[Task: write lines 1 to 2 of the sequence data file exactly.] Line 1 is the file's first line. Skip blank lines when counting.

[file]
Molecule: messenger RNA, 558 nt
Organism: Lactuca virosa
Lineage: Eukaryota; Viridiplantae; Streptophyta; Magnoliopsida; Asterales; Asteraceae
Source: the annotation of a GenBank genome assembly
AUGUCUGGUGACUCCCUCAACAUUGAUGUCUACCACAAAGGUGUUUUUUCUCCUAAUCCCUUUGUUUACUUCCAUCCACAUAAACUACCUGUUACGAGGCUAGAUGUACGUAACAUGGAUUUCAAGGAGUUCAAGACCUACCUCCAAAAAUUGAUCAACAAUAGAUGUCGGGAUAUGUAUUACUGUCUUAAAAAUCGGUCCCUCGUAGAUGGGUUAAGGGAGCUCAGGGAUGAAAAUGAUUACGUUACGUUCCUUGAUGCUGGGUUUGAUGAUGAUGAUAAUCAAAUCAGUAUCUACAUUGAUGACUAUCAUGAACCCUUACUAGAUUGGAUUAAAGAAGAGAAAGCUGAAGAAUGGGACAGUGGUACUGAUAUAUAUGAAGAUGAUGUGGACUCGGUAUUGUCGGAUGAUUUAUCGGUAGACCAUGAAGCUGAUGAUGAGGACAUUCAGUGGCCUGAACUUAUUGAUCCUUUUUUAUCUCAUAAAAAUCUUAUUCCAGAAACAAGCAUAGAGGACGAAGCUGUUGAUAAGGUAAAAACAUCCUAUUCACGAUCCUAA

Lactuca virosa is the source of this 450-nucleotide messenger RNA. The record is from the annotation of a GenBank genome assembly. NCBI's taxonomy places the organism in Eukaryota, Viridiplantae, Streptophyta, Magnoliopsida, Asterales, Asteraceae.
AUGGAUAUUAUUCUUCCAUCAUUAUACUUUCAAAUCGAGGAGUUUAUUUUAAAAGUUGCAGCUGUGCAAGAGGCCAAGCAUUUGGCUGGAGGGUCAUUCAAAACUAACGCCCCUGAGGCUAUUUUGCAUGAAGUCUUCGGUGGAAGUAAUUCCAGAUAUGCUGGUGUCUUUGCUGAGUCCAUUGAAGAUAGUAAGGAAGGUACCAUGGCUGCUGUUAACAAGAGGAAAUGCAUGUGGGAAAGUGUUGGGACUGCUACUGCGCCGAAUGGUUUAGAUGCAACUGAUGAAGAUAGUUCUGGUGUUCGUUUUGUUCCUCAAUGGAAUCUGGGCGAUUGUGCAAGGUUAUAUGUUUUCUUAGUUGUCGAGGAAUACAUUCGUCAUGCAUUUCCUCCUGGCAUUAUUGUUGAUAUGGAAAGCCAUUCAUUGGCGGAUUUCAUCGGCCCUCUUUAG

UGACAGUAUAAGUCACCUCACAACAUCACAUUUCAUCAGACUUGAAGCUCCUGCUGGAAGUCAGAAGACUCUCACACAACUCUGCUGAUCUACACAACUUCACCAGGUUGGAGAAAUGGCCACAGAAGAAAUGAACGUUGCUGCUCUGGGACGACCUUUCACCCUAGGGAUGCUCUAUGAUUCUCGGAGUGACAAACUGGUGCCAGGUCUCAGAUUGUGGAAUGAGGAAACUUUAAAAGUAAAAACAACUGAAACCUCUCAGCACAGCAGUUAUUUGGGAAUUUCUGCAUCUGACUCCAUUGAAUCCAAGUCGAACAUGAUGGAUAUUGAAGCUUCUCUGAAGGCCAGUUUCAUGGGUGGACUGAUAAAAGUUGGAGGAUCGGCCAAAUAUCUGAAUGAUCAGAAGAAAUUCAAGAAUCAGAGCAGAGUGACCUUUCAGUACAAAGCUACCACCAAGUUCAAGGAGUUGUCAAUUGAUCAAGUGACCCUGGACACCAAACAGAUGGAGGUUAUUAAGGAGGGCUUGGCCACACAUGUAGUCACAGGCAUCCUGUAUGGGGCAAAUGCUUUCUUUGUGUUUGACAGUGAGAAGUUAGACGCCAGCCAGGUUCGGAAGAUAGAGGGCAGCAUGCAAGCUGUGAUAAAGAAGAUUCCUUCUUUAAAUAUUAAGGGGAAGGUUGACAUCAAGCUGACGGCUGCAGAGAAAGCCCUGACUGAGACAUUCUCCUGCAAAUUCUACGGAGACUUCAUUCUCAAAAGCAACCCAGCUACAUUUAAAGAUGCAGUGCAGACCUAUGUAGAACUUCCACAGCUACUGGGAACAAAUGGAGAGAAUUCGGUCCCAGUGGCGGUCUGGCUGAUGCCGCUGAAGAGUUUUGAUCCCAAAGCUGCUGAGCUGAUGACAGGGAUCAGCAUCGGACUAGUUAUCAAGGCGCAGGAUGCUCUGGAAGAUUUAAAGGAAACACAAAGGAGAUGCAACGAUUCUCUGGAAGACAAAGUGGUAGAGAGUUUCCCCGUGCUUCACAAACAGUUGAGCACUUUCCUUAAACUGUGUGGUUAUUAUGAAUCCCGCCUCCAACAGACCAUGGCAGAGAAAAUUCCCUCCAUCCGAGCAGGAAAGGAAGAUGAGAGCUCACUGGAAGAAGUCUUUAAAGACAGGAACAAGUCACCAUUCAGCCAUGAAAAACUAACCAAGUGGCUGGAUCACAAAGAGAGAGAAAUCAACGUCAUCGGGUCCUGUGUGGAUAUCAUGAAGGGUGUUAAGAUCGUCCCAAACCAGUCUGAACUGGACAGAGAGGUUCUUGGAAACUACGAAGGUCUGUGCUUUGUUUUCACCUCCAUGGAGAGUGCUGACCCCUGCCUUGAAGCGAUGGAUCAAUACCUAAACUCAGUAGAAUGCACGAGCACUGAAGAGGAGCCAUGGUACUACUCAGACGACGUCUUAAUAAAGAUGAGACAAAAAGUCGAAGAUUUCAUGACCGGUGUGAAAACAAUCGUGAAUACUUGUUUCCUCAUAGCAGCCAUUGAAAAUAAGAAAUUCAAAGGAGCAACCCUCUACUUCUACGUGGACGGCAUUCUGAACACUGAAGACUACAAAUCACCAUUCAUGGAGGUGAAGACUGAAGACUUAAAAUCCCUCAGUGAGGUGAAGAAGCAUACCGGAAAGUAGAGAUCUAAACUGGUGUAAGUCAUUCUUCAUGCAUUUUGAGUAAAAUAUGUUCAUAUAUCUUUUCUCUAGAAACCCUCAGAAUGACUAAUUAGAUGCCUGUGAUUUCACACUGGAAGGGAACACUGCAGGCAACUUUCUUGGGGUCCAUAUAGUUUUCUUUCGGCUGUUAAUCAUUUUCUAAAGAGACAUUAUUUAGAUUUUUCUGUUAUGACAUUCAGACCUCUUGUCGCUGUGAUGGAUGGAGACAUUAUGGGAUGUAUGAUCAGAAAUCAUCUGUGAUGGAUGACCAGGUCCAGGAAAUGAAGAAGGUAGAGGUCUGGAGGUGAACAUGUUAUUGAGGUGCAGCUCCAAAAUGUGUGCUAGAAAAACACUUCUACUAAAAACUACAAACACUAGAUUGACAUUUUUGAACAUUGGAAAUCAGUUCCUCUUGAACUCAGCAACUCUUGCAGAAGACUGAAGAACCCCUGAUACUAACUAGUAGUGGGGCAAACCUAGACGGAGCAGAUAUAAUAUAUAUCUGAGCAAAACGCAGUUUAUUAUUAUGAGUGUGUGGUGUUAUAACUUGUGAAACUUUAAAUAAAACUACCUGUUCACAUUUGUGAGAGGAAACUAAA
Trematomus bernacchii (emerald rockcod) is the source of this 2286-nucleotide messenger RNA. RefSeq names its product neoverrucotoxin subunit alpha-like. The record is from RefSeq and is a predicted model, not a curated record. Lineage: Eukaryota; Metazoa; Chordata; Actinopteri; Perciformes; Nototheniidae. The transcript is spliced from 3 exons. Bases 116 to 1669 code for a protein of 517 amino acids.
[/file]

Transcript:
Molecule: messenger RNA, 558 nt
Organism: Lactuca virosa